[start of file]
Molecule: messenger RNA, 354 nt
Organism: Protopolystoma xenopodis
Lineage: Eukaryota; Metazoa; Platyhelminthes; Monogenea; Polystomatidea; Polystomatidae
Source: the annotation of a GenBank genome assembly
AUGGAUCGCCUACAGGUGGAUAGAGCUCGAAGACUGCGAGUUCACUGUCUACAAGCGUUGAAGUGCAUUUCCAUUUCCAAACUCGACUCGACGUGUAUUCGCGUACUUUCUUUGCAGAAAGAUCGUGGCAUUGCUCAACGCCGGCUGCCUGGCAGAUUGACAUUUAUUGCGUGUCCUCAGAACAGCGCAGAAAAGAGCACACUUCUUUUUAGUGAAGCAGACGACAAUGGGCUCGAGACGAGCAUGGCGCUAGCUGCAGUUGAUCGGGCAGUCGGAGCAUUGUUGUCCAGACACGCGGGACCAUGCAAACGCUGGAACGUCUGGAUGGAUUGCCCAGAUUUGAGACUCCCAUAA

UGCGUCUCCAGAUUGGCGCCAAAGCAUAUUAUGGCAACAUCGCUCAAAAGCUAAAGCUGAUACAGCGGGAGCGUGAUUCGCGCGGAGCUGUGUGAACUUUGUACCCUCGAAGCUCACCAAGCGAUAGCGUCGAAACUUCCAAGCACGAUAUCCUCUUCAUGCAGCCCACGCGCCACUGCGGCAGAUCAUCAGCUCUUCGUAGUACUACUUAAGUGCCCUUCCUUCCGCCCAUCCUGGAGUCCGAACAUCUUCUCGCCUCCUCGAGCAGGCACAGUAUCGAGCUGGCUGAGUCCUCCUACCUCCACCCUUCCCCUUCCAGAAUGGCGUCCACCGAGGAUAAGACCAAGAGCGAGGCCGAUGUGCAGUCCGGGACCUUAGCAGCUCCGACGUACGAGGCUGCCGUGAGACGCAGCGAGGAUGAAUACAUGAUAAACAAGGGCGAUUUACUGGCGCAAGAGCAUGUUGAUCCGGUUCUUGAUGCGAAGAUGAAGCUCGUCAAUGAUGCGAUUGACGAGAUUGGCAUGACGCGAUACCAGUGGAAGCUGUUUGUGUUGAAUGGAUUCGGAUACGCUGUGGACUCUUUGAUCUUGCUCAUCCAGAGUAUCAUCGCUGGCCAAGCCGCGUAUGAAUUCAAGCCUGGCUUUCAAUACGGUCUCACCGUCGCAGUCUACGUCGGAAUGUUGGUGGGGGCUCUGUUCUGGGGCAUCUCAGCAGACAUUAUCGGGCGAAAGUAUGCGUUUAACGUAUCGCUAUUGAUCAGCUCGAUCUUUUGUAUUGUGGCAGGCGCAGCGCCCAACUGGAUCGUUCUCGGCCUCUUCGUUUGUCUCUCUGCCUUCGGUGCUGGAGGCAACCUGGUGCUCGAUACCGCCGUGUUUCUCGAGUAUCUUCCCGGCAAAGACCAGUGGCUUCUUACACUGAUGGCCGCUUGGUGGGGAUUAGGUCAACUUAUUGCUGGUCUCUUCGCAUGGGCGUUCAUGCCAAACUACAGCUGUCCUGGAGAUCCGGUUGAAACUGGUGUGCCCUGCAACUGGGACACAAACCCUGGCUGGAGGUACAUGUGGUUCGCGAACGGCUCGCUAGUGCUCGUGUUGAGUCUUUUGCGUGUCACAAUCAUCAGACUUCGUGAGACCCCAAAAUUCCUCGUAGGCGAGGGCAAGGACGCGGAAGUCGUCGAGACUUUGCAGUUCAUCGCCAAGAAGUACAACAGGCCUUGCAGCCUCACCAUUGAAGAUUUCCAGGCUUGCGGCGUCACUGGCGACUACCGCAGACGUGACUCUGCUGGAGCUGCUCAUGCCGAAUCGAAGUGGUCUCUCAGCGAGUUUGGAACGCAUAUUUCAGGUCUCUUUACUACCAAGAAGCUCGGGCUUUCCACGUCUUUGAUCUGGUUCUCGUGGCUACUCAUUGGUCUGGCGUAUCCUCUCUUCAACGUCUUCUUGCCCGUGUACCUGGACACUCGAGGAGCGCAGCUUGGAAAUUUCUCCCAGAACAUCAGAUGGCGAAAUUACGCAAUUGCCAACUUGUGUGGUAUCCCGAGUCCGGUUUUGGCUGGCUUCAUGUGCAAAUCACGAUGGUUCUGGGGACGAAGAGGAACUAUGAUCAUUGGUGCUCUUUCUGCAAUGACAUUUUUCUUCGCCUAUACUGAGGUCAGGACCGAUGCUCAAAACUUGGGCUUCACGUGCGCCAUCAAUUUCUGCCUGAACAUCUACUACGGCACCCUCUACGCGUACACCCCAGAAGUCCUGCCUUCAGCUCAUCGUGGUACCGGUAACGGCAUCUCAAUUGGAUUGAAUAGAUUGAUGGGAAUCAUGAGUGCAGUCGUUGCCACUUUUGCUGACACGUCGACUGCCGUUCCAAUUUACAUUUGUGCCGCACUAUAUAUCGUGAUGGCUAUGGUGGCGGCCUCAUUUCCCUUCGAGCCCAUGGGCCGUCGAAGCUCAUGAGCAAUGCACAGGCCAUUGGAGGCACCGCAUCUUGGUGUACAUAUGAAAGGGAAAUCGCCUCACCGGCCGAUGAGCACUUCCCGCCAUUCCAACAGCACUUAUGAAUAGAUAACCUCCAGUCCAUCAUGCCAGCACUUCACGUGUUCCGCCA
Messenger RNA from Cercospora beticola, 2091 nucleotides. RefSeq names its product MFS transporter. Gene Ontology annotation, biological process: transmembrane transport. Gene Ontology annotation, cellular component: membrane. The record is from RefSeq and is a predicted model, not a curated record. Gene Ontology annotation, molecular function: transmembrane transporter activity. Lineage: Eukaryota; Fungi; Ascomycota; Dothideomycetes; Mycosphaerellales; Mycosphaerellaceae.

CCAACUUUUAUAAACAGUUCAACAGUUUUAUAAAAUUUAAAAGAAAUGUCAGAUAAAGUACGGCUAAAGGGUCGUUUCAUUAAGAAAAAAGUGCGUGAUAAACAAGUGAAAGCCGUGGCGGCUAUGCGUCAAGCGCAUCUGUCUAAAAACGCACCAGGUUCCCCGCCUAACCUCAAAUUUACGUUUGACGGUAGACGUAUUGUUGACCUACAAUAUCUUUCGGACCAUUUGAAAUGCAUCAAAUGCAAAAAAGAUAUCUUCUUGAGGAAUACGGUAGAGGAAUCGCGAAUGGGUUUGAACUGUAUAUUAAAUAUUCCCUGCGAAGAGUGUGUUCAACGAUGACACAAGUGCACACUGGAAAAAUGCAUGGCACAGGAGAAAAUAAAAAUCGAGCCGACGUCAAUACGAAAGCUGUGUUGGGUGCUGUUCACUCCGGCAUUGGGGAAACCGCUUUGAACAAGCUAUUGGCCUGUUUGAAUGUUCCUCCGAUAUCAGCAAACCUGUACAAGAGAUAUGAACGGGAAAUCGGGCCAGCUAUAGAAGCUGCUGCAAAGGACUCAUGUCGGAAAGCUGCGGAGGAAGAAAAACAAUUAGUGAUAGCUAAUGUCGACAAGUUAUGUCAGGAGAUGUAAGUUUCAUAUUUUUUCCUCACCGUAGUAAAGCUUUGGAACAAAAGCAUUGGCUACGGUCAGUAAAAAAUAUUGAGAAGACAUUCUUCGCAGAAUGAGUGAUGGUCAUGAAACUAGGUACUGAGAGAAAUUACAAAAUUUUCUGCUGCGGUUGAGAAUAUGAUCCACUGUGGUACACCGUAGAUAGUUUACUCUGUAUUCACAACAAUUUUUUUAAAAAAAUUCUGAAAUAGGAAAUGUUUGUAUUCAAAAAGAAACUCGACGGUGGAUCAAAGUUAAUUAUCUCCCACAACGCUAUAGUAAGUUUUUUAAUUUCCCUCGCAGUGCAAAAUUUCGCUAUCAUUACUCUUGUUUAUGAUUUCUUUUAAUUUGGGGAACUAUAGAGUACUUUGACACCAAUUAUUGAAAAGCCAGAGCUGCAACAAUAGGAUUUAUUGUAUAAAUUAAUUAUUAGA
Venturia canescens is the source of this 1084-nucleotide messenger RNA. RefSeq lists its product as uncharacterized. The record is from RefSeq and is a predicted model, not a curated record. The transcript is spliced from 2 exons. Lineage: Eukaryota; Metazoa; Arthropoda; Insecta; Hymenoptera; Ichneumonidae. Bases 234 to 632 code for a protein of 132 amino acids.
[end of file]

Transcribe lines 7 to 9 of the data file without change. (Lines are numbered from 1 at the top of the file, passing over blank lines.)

Messenger RNA from Cercospora beticola, 2091 nucleotides. RefSeq names its product MFS transporter. Gene Ontology annotation, biological process: transmembrane transport. Gene Ontology annotation, cellular component: membrane. The record is from RefSeq and is a predicted model, not a curated record. Gene Ontology annotation, molecular function: transmembrane transporter activity. Lineage: Eukaryota; Fungi; Ascomycota; Dothideomycetes; Mycosphaerellales; Mycosphaerellaceae.

CCAACUUUUAUAAACAGUUCAACAGUUUUAUAAAAUUUAAAAGAAAUGUCAGAUAAAGUACGGCUAAAGGGUCGUUUCAUUAAGAAAAAAGUGCGUGAUAAACAAGUGAAAGCCGUGGCGGCUAUGCGUCAAGCGCAUCUGUCUAAAAACGCACCAGGUUCCCCGCCUAACCUCAAAUUUACGUUUGACGGUAGACGUAUUGUUGACCUACAAUAUCUUUCGGACCAUUUGAAAUGCAUCAAAUGCAAAAAAGAUAUCUUCUUGAGGAAUACGGUAGAGGAAUCGCGAAUGGGUUUGAACUGUAUAUUAAAUAUUCCCUGCGAAGAGUGUGUUCAACGAUGACACAAGUGCACACUGGAAAAAUGCAUGGCACAGGAGAAAAUAAAAAUCGAGCCGACGUCAAUACGAAAGCUGUGUUGGGUGCUGUUCACUCCGGCAUUGGGGAAACCGCUUUGAACAAGCUAUUGGCCUGUUUGAAUGUUCCUCCGAUAUCAGCAAACCUGUACAAGAGAUAUGAACGGGAAAUCGGGCCAGCUAUAGAAGCUGCUGCAAAGGACUCAUGUCGGAAAGCUGCGGAGGAAGAAAAACAAUUAGUGAUAGCUAAUGUCGACAAGUUAUGUCAGGAGAUGUAAGUUUCAUAUUUUUUCCUCACCGUAGUAAAGCUUUGGAACAAAAGCAUUGGCUACGGUCAGUAAAAAAUAUUGAGAAGACAUUCUUCGCAGAAUGAGUGAUGGUCAUGAAACUAGGUACUGAGAGAAAUUACAAAAUUUUCUGCUGCGGUUGAGAAUAUGAUCCACUGUGGUACACCGUAGAUAGUUUACUCUGUAUUCACAACAAUUUUUUUAAAAAAAUUCUGAAAUAGGAAAUGUUUGUAUUCAAAAAGAAACUCGACGGUGGAUCAAAGUUAAUUAUCUCCCACAACGCUAUAGUAAGUUUUUUAAUUUCCCUCGCAGUGCAAAAUUUCGCUAUCAUUACUCUUGUUUAUGAUUUCUUUUAAUUUGGGGAACUAUAGAGUACUUUGACACCAAUUAUUGAAAAGCCAGAGCUGCAACAAUAGGAUUUAUUGUAUAAAUUAAUUAUUAGA
Venturia canescens is the source of this 1084-nucleotide messenger RNA. RefSeq lists its product as uncharacterized. The record is from RefSeq and is a predicted model, not a curated record. The transcript is spliced from 2 exons. Lineage: Eukaryota; Metazoa; Arthropoda; Insecta; Hymenoptera; Ichneumonidae. Bases 234 to 632 code for a protein of 132 amino acids.